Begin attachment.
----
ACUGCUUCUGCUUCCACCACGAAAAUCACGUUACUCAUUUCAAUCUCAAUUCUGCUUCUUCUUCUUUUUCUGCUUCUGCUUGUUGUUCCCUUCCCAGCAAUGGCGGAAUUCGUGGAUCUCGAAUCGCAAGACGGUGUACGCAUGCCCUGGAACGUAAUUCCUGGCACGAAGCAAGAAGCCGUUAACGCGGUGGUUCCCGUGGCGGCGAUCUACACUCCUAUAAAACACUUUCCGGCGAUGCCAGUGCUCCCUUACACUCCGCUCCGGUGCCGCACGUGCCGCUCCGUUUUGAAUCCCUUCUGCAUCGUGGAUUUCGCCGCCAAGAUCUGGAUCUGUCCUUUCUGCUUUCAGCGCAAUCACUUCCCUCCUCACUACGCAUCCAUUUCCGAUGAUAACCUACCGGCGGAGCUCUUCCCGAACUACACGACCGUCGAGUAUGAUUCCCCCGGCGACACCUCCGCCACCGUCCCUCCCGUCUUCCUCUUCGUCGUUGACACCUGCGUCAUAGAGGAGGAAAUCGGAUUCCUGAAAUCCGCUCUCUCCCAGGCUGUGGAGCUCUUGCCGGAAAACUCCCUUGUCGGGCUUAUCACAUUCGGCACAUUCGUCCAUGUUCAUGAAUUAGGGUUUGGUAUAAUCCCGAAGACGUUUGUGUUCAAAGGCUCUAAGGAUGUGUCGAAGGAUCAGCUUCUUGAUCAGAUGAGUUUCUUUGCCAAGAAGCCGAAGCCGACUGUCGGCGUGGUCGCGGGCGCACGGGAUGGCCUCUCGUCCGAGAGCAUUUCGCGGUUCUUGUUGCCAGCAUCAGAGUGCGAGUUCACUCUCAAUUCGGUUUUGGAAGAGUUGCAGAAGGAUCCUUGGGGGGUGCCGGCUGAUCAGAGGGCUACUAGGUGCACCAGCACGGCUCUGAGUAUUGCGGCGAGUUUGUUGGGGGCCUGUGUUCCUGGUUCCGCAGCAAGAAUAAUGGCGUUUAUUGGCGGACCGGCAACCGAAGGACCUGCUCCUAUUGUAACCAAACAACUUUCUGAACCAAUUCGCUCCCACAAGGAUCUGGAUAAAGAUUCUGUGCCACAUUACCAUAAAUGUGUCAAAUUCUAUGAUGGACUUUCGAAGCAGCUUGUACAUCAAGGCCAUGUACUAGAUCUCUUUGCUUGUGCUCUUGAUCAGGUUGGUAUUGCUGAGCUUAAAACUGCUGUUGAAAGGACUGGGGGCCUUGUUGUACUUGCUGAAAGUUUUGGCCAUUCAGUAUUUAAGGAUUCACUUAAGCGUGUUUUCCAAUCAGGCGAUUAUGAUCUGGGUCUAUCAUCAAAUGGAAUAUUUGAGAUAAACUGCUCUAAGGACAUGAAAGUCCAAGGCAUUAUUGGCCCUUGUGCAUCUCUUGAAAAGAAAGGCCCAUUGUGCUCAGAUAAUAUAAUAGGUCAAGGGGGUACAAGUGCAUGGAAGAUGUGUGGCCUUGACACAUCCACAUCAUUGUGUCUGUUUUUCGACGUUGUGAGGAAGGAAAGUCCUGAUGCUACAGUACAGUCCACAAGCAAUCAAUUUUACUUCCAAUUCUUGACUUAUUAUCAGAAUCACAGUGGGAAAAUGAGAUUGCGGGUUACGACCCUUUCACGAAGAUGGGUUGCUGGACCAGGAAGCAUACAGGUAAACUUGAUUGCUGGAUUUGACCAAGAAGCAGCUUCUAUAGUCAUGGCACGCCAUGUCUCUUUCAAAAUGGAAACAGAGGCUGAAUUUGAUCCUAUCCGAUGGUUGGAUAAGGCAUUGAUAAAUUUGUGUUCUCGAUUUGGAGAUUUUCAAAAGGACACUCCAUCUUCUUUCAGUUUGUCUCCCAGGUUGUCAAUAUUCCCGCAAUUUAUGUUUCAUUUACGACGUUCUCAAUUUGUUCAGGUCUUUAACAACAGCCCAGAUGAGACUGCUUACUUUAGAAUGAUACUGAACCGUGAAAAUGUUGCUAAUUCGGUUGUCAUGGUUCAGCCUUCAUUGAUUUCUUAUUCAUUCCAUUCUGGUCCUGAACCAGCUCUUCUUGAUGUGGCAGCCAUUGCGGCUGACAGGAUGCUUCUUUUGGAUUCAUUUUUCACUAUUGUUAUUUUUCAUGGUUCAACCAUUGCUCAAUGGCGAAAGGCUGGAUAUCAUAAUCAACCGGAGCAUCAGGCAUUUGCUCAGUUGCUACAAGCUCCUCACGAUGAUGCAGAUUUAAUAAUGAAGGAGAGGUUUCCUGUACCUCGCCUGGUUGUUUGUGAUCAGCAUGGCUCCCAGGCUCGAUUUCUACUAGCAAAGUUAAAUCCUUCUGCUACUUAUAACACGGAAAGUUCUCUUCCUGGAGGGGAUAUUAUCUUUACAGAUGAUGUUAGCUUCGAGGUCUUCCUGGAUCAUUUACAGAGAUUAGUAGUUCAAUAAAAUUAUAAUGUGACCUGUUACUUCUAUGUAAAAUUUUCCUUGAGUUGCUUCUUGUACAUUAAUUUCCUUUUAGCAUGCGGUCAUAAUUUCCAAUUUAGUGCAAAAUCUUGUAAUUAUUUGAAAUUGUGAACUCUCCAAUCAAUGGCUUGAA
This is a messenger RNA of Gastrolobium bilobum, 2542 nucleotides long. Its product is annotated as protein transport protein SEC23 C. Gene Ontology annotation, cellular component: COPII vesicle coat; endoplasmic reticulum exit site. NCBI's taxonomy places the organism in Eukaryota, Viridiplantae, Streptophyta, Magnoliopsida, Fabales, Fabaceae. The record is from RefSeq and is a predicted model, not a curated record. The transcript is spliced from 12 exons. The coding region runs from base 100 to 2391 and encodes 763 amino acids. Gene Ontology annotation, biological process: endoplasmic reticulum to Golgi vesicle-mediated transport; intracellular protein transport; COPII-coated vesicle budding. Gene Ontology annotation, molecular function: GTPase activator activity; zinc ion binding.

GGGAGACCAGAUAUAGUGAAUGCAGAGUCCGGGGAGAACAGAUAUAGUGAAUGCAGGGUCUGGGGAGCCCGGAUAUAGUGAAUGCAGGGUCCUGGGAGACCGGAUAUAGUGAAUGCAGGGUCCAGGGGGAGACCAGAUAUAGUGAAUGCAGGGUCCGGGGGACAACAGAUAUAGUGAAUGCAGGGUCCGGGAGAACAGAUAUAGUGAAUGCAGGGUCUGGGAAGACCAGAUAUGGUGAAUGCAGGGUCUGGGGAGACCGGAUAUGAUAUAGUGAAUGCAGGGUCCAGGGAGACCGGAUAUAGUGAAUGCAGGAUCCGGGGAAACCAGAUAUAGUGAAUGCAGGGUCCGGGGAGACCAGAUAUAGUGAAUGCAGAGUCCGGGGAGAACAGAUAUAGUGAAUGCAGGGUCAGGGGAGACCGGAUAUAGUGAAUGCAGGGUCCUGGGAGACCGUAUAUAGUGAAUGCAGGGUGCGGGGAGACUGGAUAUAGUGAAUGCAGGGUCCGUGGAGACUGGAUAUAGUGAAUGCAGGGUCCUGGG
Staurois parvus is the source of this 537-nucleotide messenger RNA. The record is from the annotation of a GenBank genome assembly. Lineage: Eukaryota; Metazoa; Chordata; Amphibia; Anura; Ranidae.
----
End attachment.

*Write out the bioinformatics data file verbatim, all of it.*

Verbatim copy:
ACUGCUUCUGCUUCCACCACGAAAAUCACGUUACUCAUUUCAAUCUCAAUUCUGCUUCUUCUUCUUUUUCUGCUUCUGCUUGUUGUUCCCUUCCCAGCAAUGGCGGAAUUCGUGGAUCUCGAAUCGCAAGACGGUGUACGCAUGCCCUGGAACGUAAUUCCUGGCACGAAGCAAGAAGCCGUUAACGCGGUGGUUCCCGUGGCGGCGAUCUACACUCCUAUAAAACACUUUCCGGCGAUGCCAGUGCUCCCUUACACUCCGCUCCGGUGCCGCACGUGCCGCUCCGUUUUGAAUCCCUUCUGCAUCGUGGAUUUCGCCGCCAAGAUCUGGAUCUGUCCUUUCUGCUUUCAGCGCAAUCACUUCCCUCCUCACUACGCAUCCAUUUCCGAUGAUAACCUACCGGCGGAGCUCUUCCCGAACUACACGACCGUCGAGUAUGAUUCCCCCGGCGACACCUCCGCCACCGUCCCUCCCGUCUUCCUCUUCGUCGUUGACACCUGCGUCAUAGAGGAGGAAAUCGGAUUCCUGAAAUCCGCUCUCUCCCAGGCUGUGGAGCUCUUGCCGGAAAACUCCCUUGUCGGGCUUAUCACAUUCGGCACAUUCGUCCAUGUUCAUGAAUUAGGGUUUGGUAUAAUCCCGAAGACGUUUGUGUUCAAAGGCUCUAAGGAUGUGUCGAAGGAUCAGCUUCUUGAUCAGAUGAGUUUCUUUGCCAAGAAGCCGAAGCCGACUGUCGGCGUGGUCGCGGGCGCACGGGAUGGCCUCUCGUCCGAGAGCAUUUCGCGGUUCUUGUUGCCAGCAUCAGAGUGCGAGUUCACUCUCAAUUCGGUUUUGGAAGAGUUGCAGAAGGAUCCUUGGGGGGUGCCGGCUGAUCAGAGGGCUACUAGGUGCACCAGCACGGCUCUGAGUAUUGCGGCGAGUUUGUUGGGGGCCUGUGUUCCUGGUUCCGCAGCAAGAAUAAUGGCGUUUAUUGGCGGACCGGCAACCGAAGGACCUGCUCCUAUUGUAACCAAACAACUUUCUGAACCAAUUCGCUCCCACAAGGAUCUGGAUAAAGAUUCUGUGCCACAUUACCAUAAAUGUGUCAAAUUCUAUGAUGGACUUUCGAAGCAGCUUGUACAUCAAGGCCAUGUACUAGAUCUCUUUGCUUGUGCUCUUGAUCAGGUUGGUAUUGCUGAGCUUAAAACUGCUGUUGAAAGGACUGGGGGCCUUGUUGUACUUGCUGAAAGUUUUGGCCAUUCAGUAUUUAAGGAUUCACUUAAGCGUGUUUUCCAAUCAGGCGAUUAUGAUCUGGGUCUAUCAUCAAAUGGAAUAUUUGAGAUAAACUGCUCUAAGGACAUGAAAGUCCAAGGCAUUAUUGGCCCUUGUGCAUCUCUUGAAAAGAAAGGCCCAUUGUGCUCAGAUAAUAUAAUAGGUCAAGGGGGUACAAGUGCAUGGAAGAUGUGUGGCCUUGACACAUCCACAUCAUUGUGUCUGUUUUUCGACGUUGUGAGGAAGGAAAGUCCUGAUGCUACAGUACAGUCCACAAGCAAUCAAUUUUACUUCCAAUUCUUGACUUAUUAUCAGAAUCACAGUGGGAAAAUGAGAUUGCGGGUUACGACCCUUUCACGAAGAUGGGUUGCUGGACCAGGAAGCAUACAGGUAAACUUGAUUGCUGGAUUUGACCAAGAAGCAGCUUCUAUAGUCAUGGCACGCCAUGUCUCUUUCAAAAUGGAAACAGAGGCUGAAUUUGAUCCUAUCCGAUGGUUGGAUAAGGCAUUGAUAAAUUUGUGUUCUCGAUUUGGAGAUUUUCAAAAGGACACUCCAUCUUCUUUCAGUUUGUCUCCCAGGUUGUCAAUAUUCCCGCAAUUUAUGUUUCAUUUACGACGUUCUCAAUUUGUUCAGGUCUUUAACAACAGCCCAGAUGAGACUGCUUACUUUAGAAUGAUACUGAACCGUGAAAAUGUUGCUAAUUCGGUUGUCAUGGUUCAGCCUUCAUUGAUUUCUUAUUCAUUCCAUUCUGGUCCUGAACCAGCUCUUCUUGAUGUGGCAGCCAUUGCGGCUGACAGGAUGCUUCUUUUGGAUUCAUUUUUCACUAUUGUUAUUUUUCAUGGUUCAACCAUUGCUCAAUGGCGAAAGGCUGGAUAUCAUAAUCAACCGGAGCAUCAGGCAUUUGCUCAGUUGCUACAAGCUCCUCACGAUGAUGCAGAUUUAAUAAUGAAGGAGAGGUUUCCUGUACCUCGCCUGGUUGUUUGUGAUCAGCAUGGCUCCCAGGCUCGAUUUCUACUAGCAAAGUUAAAUCCUUCUGCUACUUAUAACACGGAAAGUUCUCUUCCUGGAGGGGAUAUUAUCUUUACAGAUGAUGUUAGCUUCGAGGUCUUCCUGGAUCAUUUACAGAGAUUAGUAGUUCAAUAAAAUUAUAAUGUGACCUGUUACUUCUAUGUAAAAUUUUCCUUGAGUUGCUUCUUGUACAUUAAUUUCCUUUUAGCAUGCGGUCAUAAUUUCCAAUUUAGUGCAAAAUCUUGUAAUUAUUUGAAAUUGUGAACUCUCCAAUCAAUGGCUUGAA
This is a messenger RNA of Gastrolobium bilobum, 2542 nucleotides long. Its product is annotated as protein transport protein SEC23 C. Gene Ontology annotation, cellular component: COPII vesicle coat; endoplasmic reticulum exit site. NCBI's taxonomy places the organism in Eukaryota, Viridiplantae, Streptophyta, Magnoliopsida, Fabales, Fabaceae. The record is from RefSeq and is a predicted model, not a curated record. The transcript is spliced from 12 exons. The coding region runs from base 100 to 2391 and encodes 763 amino acids. Gene Ontology annotation, biological process: endoplasmic reticulum to Golgi vesicle-mediated transport; intracellular protein transport; COPII-coated vesicle budding. Gene Ontology annotation, molecular function: GTPase activator activity; zinc ion binding.

GGGAGACCAGAUAUAGUGAAUGCAGAGUCCGGGGAGAACAGAUAUAGUGAAUGCAGGGUCUGGGGAGCCCGGAUAUAGUGAAUGCAGGGUCCUGGGAGACCGGAUAUAGUGAAUGCAGGGUCCAGGGGGAGACCAGAUAUAGUGAAUGCAGGGUCCGGGGGACAACAGAUAUAGUGAAUGCAGGGUCCGGGAGAACAGAUAUAGUGAAUGCAGGGUCUGGGAAGACCAGAUAUGGUGAAUGCAGGGUCUGGGGAGACCGGAUAUGAUAUAGUGAAUGCAGGGUCCAGGGAGACCGGAUAUAGUGAAUGCAGGAUCCGGGGAAACCAGAUAUAGUGAAUGCAGGGUCCGGGGAGACCAGAUAUAGUGAAUGCAGAGUCCGGGGAGAACAGAUAUAGUGAAUGCAGGGUCAGGGGAGACCGGAUAUAGUGAAUGCAGGGUCCUGGGAGACCGUAUAUAGUGAAUGCAGGGUGCGGGGAGACUGGAUAUAGUGAAUGCAGGGUCCGUGGAGACUGGAUAUAGUGAAUGCAGGGUCCUGGG
Staurois parvus is the source of this 537-nucleotide messenger RNA. The record is from the annotation of a GenBank genome assembly. Lineage: Eukaryota; Metazoa; Chordata; Amphibia; Anura; Ranidae.